WINFIELD, Kan. (KSNW) – In a normal year, Winfield will spend $1.6 million on natural gas. During the recent arctic blast, the bill grew well over $10 million in a span of six days.
“How does the community the size of Winfield pay for that gas supply?” Taggart Wall, Winfield City manager asked.
Taggart adds he has never seen a surge like this. He explained the cost of natural gas is 150 times more than normal.
The city has been working to conserve energy by closing schools and factories, but the cost still racked up.
“It’s not like the city makes money off of this. This is simply just the price of the commodity,” he said.
Winfield is now pleading for help.
“We don’t have $10 million sitting here to help with that. We’re asking is our state and federal authorities to step in at this point,” Taggart said.
A spokesperson for Governor Laura Kelly said in a statement Thursday, “Governor Kelly is considering all available avenues to provide relief to Kansas communities seeing surges from gas prices. In addition to her conversation with President Biden this week asking for federal assistance, she continues to urge Congress to pass a long-overdue stimulus package providing needed state and local funding to address emergency events like this one.”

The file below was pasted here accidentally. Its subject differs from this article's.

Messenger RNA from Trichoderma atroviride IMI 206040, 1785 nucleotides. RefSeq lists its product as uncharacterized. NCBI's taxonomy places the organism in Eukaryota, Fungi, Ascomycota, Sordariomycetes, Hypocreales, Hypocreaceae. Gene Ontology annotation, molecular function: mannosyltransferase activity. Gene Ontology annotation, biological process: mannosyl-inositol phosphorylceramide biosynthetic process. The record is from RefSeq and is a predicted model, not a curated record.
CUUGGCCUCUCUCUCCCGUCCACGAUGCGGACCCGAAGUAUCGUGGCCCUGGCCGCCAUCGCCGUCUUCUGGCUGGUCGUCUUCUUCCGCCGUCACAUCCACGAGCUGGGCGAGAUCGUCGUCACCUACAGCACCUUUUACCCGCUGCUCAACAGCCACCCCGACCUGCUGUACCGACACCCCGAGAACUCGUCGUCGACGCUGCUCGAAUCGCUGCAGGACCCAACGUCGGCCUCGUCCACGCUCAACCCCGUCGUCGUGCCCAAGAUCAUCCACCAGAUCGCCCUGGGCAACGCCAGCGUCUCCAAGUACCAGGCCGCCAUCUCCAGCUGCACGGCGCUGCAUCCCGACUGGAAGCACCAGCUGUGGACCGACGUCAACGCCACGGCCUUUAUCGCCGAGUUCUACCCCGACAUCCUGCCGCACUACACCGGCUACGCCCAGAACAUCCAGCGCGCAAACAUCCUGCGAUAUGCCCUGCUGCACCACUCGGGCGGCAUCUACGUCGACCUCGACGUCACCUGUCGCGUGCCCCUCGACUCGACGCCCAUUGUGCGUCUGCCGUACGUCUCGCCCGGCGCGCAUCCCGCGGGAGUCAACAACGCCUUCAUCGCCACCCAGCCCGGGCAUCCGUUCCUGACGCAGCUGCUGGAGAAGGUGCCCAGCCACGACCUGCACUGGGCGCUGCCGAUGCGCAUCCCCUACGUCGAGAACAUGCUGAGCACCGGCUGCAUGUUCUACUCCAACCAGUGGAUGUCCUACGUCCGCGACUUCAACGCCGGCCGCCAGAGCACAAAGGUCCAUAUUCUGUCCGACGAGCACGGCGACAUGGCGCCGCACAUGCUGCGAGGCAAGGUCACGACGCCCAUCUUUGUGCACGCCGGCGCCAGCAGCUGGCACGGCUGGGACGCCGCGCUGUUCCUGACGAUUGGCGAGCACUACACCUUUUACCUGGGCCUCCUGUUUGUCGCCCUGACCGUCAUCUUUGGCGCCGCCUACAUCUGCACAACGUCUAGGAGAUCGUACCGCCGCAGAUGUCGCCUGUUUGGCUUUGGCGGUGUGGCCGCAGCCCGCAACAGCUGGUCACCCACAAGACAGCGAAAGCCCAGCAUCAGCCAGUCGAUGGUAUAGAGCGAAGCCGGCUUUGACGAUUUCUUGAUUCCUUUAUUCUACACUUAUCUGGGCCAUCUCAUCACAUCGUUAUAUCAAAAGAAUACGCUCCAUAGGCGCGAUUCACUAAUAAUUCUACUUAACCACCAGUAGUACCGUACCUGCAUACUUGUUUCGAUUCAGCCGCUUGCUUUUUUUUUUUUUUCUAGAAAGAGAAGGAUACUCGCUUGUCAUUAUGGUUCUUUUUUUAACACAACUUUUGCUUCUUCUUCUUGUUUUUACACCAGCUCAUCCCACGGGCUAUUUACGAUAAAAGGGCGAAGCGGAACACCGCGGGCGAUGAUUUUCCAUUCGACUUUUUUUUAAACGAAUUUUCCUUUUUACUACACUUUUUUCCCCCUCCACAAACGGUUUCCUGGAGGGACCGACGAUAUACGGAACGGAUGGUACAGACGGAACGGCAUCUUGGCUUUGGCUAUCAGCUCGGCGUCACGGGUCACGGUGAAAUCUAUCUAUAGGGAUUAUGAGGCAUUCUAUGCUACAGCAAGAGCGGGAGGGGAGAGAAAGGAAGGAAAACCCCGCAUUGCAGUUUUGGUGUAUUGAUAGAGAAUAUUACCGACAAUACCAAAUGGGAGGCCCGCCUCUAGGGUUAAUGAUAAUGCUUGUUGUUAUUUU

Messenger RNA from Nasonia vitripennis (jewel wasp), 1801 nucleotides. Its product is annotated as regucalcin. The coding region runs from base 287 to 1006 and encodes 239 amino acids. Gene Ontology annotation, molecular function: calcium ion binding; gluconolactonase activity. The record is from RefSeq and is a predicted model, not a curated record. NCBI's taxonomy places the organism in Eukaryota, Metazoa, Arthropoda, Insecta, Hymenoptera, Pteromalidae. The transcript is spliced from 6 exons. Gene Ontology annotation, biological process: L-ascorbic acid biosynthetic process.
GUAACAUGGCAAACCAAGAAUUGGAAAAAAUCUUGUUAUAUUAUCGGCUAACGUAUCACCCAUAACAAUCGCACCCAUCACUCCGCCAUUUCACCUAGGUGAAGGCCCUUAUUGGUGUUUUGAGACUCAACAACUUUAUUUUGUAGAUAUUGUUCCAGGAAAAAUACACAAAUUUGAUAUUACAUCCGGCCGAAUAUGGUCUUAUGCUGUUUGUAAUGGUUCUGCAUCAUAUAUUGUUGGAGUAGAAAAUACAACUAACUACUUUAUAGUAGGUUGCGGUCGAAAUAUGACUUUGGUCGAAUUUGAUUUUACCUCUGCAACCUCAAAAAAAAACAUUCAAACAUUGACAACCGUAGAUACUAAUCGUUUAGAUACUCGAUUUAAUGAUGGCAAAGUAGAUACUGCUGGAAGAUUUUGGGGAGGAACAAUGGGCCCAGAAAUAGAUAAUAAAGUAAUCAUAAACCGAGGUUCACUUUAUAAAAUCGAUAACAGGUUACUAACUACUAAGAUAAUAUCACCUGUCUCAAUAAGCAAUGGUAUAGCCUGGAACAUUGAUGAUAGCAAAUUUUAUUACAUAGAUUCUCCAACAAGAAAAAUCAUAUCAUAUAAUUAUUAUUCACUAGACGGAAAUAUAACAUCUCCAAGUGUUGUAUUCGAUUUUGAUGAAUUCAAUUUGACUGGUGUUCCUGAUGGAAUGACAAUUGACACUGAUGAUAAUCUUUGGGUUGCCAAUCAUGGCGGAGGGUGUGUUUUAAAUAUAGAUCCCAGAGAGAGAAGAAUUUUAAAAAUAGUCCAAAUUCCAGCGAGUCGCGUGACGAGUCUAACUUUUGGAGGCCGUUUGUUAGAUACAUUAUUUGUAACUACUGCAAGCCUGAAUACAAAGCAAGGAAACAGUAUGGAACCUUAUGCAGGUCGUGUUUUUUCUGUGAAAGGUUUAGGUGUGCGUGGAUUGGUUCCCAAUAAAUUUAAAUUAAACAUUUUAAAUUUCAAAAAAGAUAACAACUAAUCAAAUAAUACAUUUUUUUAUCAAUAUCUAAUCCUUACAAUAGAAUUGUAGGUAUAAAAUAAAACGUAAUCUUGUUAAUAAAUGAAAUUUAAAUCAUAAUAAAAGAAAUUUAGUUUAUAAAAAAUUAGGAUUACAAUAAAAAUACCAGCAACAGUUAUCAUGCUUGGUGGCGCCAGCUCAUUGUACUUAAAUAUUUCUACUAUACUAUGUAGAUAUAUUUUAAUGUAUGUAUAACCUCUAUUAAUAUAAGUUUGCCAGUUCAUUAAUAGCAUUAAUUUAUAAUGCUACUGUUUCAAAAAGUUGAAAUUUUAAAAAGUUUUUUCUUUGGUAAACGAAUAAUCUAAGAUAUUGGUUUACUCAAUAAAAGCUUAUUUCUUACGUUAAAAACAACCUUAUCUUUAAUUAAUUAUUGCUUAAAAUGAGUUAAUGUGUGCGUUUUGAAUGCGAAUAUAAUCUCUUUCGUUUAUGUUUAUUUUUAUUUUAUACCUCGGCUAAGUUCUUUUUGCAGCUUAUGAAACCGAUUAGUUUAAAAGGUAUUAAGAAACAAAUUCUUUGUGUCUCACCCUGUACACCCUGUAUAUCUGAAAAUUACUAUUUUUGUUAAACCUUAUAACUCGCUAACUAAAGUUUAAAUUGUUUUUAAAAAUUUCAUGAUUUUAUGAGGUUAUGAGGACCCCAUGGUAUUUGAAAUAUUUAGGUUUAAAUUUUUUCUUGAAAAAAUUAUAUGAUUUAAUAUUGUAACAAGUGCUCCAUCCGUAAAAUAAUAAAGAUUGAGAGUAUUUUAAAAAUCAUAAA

Attorney General Derek Schmidt is also looking into the issue. John Milburn, public information officer with the AG’s office shared the following statement Thursday:
“The Attorney General is concerned about these shocking price spikes. Regulation of natural gas is complex, with some authority exclusively federal and some jurisdiction left to the states. We are assessing whether the law provides a role for our office in this matter.”
Taggart said if the town does not get some sort of relief, people can expect a massive bill, “For an average residential customer you might be talking somewhere between $2 and $3,000 worth of charges.”
Taggart said usually a monthly bill is around $100. He said he’s concerned that the bill could get worse for Winfield, as gas prices have not yet dropped.
Taggart is encouraging residents to continue to cut back and conserve energy.